Nagar Valley – Formerly Princely State of Gilgit Baltistan

Cherry blossom in Nagar khas 2

A few things in Nagar Valley are marvelous in their simplicity, and others are marvelous in their intricacy.

 

In northern Pakistan lies an absolutely stunning district: Hunza Nagar, earlier known as Brushal, is a lakeside paradise. Hunza and Nagar used to be independent princely states parted by the River Hunza, which marked the border between them.

 

 

The small states of Hunza and Nagar had been notorious for looting trader caravans that came from the route of China. The British Government wanted to expand their trade to Russia from here, but the states did not allow them. Thus, in 1891, Nagar was invaded by the British Army under Colonel Durand. The British surrounded Nagar’s Natl Fort and eventually seized it six months later.

 

Nagar Valley – A Magical Land: 

Hooper is the most sublime beauty in Nagar, a land of snow-clad mountains, but the sheer power of glaciers to carve out new landscapes makes them magnificent, too. In Gulmit Valley lies Rakaposhi Mountain, whereas the Diran Peak stands high in Minapin. While I was going to Hunza Valley from Karakoram Highway, I noticed a long line of vehicles standing in queues due to a big landslide blocking the road near Minapin.

My driver took an alternate route through the Minapin village, and I witnessed the stunning scenery racing past. From the dangerously narrow and bumpy route my driver took, I searched for the Karakoram Highway.

After a couple of hours, we finally managed to get back on the Karakoram Highway. While the engine was in full swing on our way to Hunza, for the first time ever, I saw Nagar Valley. Delectable green grassland with Golden Peak in the backdrop, I witnessed smiling faces peering out, local children playing, women working hard in the sunshine, and animals grazing fields—Nagar is famously known for its serene village life.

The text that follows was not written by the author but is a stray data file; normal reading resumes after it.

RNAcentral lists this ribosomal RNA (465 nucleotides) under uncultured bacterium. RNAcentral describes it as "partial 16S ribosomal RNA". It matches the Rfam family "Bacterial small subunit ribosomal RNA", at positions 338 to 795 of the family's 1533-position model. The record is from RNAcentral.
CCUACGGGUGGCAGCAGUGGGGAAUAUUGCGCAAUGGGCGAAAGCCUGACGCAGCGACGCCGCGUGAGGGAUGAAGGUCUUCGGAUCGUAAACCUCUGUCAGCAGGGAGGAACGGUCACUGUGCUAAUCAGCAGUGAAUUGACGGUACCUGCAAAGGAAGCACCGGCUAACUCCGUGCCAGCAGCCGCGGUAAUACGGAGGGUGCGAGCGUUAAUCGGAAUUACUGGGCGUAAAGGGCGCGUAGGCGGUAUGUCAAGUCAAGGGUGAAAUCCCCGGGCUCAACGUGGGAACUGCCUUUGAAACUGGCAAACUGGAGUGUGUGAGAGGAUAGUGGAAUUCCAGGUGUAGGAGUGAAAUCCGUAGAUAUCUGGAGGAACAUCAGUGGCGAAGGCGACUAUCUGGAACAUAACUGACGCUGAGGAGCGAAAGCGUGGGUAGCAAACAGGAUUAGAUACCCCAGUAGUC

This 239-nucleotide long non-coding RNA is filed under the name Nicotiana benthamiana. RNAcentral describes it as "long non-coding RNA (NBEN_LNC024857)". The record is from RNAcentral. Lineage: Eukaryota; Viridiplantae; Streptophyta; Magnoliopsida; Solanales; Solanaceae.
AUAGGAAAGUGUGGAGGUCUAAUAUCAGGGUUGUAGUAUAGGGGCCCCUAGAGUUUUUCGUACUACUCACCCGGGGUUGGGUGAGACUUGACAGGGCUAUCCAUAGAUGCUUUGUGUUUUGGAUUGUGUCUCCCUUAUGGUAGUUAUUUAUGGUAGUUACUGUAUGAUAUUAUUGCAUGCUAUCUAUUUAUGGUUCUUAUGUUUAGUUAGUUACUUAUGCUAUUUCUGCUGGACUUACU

Sooner once you leave Hunza and crosses the river bridge after Ganesh village, a road turning right takes you to Hooper. Before Hooper is Nagar Khas(original), which was once the centre of Nagar. The area is blessed with fruit trees comprising cherries, apples, and apricots.

Nagar Khas is full of hard-working, soft-spoken people with narrow homes and outlets. A road from the Nagar Khas Bazar leads to the last village of the north, Hispar, and another towards Hooper, which hosts glaciers and the Rush Lake. There is no human infrastructure after Hooper. A short after the settlement is a waterfall with water as pure and sweet as honey. The people here are heart-warming and like to present walnuts, apricots, and other delights to tourists.

I reached Hispar at sunset. The village did not seem to belong here. It appeared as if it was cut off from the rest of the world. A strange silence and coolness surround the air. I decide to stay here for the night. As I stood in the valley shaking with cold, I saw a shooting star.

 

Scared, I shut my eyes as I sensed it approaching as if it was going to drop any second. The next moment, it disappeared. It was frightening, but I longed to see it once again.

 

In the wilderness, narrow escapes are thrilling.  These remote lands are not only filled with beauty and serenity but also with terror and fear.

Ejaz Hussain
Ejaz Hussain

The Writer, CEO & Founder of Pakistantourntravel.com is a passionate traveler with a deep love for exploring the breathtaking landscapes and hidden gems of Northern Pakistan. From the majestic mountains to the vibrant cultures, he takes great delight in immersing himself in the rich experiences and sharing captivating tales from his journeys. You can catch him as he unravels the wonders of this enchanting Pakistan and inspires fellow adventurers to embark on their own unforgettable expeditions. Connect with him @ [email protected]

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